Creating a debt plan: What you need to know

Written by Chelsea Potter on 21 June 2016

You can’t wish your way out of debt, and if it’s getting out of control, you need a plan on how to deal with it. That may mean a personal plan, where you sit down and work out how much you can afford to repay each month, before negotiating directly with your lenders.

Alternatively, you might decide to go through a professional company like us and negotiate a solution such as a Debt Management Plan (DMP) or an alternative route out of debt. What matters is that you don’t have to face contacting your creditors without qualified support.

Here’s our quick guide to both, but don’t forget that you can phone our qualified, experienced advisers for free debt advice at any time.

Repayment Arrangement with your creditors (was DIY Debt Plan)

So, you can see that you’re struggling to get your debt under control, and perhaps you’re falling further into debt every month. If that’s the case, and you feel able to get control of it yourself, it’s time to sit down and draw up a realistic route out of debt.

The first thing to do is draw up a budget – a realistic plan for your monthly spending that includes the cost of essential bills such as rent or mortgage, energy, food and commuting. We’ve written about the best way to do this here.

A budget will give you a much clearer idea of how much you have coming in and going out, meaning you’ll be able to talk to your creditors realistically about how much you can afford to give them each month. If you can’t meet your monthly debt repayments, you can get in touch with your creditors and tell them frankly how much you can afford.

They will want to know that you’re doing your best to repay them, and if you explain your circumstances they might accept your lower payment offer.

Your lenders do not have to agree to give you more time to pay, but they are more likely to do so if you can show them a clear budget and a clear plan. It’s rarely in their interests to push you into bankruptcy, but the more information you have about what you can afford, and how long you’ll need to clear your debts, the more likely you are to find a sympathetic ear.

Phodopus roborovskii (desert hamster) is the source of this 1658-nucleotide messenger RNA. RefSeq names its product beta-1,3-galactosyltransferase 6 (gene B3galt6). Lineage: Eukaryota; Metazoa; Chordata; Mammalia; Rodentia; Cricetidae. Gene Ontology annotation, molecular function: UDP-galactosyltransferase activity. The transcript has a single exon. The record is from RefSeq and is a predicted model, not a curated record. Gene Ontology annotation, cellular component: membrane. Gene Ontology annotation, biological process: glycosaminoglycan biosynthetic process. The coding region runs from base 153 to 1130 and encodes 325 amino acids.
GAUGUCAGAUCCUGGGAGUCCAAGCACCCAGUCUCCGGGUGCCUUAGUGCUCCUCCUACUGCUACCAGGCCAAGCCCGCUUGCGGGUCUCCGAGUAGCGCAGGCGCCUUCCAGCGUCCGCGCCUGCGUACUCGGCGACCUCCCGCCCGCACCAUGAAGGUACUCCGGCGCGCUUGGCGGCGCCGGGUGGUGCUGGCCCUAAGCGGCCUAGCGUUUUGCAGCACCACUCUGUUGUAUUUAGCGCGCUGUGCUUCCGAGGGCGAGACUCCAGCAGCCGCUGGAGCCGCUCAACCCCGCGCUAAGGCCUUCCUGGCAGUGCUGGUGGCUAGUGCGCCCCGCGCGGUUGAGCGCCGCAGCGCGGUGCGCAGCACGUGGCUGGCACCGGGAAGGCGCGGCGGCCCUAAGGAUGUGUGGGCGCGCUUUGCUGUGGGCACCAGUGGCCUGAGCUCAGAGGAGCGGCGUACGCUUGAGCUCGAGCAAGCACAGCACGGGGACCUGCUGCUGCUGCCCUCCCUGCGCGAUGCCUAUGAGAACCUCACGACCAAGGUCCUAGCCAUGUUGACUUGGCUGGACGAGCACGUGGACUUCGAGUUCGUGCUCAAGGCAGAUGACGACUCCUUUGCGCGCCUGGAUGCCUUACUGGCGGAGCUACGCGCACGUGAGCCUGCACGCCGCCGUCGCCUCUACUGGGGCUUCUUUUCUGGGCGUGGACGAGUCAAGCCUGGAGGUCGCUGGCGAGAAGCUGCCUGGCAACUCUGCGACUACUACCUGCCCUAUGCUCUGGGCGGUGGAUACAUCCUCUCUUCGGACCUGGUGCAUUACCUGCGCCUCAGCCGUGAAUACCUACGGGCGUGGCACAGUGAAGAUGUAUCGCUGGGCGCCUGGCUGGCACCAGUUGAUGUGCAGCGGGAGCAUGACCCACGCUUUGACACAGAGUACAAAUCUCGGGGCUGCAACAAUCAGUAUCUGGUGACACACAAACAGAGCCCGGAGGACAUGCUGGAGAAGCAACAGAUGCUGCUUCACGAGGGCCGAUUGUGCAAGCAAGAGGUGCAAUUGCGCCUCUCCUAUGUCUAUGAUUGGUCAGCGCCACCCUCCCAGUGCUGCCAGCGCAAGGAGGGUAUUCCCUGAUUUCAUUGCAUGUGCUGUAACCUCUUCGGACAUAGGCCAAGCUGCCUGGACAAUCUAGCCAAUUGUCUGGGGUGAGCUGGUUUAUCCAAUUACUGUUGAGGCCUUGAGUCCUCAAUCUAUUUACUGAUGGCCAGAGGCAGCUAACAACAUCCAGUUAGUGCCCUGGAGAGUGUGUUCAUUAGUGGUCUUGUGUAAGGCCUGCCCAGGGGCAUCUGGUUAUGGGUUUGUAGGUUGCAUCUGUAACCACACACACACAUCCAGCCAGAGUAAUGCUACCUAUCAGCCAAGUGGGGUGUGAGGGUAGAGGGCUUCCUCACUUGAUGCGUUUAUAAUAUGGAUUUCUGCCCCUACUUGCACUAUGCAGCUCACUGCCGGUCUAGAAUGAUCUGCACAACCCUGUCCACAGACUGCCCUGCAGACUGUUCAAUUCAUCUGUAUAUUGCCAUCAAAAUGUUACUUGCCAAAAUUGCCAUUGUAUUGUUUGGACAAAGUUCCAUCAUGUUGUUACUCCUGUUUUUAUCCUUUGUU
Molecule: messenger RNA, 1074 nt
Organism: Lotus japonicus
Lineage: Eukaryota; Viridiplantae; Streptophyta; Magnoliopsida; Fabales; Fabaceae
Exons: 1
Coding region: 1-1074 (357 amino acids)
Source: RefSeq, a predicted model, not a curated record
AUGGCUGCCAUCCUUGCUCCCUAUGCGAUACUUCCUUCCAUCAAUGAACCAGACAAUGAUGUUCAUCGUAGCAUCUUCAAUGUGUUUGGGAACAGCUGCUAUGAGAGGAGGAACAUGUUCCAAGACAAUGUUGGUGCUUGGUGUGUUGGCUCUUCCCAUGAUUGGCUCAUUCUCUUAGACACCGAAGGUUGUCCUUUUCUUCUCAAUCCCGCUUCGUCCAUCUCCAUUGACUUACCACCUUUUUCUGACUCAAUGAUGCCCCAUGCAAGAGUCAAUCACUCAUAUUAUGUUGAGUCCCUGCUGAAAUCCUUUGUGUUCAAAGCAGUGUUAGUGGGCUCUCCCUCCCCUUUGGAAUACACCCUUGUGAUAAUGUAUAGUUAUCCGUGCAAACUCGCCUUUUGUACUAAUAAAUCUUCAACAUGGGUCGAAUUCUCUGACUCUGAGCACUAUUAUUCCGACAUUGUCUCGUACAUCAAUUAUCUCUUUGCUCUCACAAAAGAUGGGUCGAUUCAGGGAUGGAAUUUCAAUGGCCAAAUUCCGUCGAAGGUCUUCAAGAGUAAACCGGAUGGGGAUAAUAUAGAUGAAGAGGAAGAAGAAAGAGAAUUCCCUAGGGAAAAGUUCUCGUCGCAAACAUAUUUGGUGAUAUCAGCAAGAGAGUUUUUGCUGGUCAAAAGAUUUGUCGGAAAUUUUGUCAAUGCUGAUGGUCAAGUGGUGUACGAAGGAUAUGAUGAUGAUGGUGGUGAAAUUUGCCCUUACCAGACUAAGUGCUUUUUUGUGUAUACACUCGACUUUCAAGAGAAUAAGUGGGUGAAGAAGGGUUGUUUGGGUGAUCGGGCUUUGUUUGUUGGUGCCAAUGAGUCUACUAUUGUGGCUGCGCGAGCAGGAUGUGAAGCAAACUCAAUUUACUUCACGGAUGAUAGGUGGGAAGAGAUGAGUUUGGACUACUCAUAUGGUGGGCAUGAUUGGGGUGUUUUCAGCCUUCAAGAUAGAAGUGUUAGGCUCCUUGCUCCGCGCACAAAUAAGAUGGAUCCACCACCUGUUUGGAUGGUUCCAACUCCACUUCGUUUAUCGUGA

Help with debt

If you’re struggling to deal with your creditors on your own, or you’re frightened that the bailiffs could be at the door; don’t bury your head in the sand. We can advise you on the best way for you to beat your debts, and get on with enjoying life, without money worries hanging over you.

We know that one of the worst aspects of being in debt is facing the demands, and sometimes even threats, from lenders.

One option is a Debt Management Plan or DMP, where we will deal with your creditors for you. Once you’ve worked out what you can afford to commit to your repayments each month (don’t worry, we can talk you through that if you need us to), we will approach your lenders with a proposal, and encourage them to agree to a monthly payment based on what you can afford.

We will also request that your creditors freeze interest charges while you make your repayments. There are no guarantees of course but we have experience in making the case that our clients should be given time to pay.

We can also talk to you about your other options and find a path out of debt that suits your situation. There are a number of solutions and they all have different pros and cons. Once we’re in your corner, we can help you work out what’s best.

That might be a DMP, but we can also advise you on a wide range of other solutions including IVAs, settlements, debt relief orders and more.

Talk to us

Battling debt can be quite intimidating, especially if you don’t know whether your lenders will allow you to negotiate, or whether you can successfully make your own case.

Here at PayPlan, we offer free debt advice from qualified, compassionate advisers. If you decide to work with us to get control of your debts then there are no hidden fees, and you’ll know you have someone experienced and capable in your corner.

Call us today on 0800 280 2816 and get the advice you need.


Filed under Money Management

This article was checked and deemed to be correct as at the above publication date, but please be aware that some things may have changed between then and now. So please don't rely on any of this information as a statement of fact, especially if the article was published some time ago.

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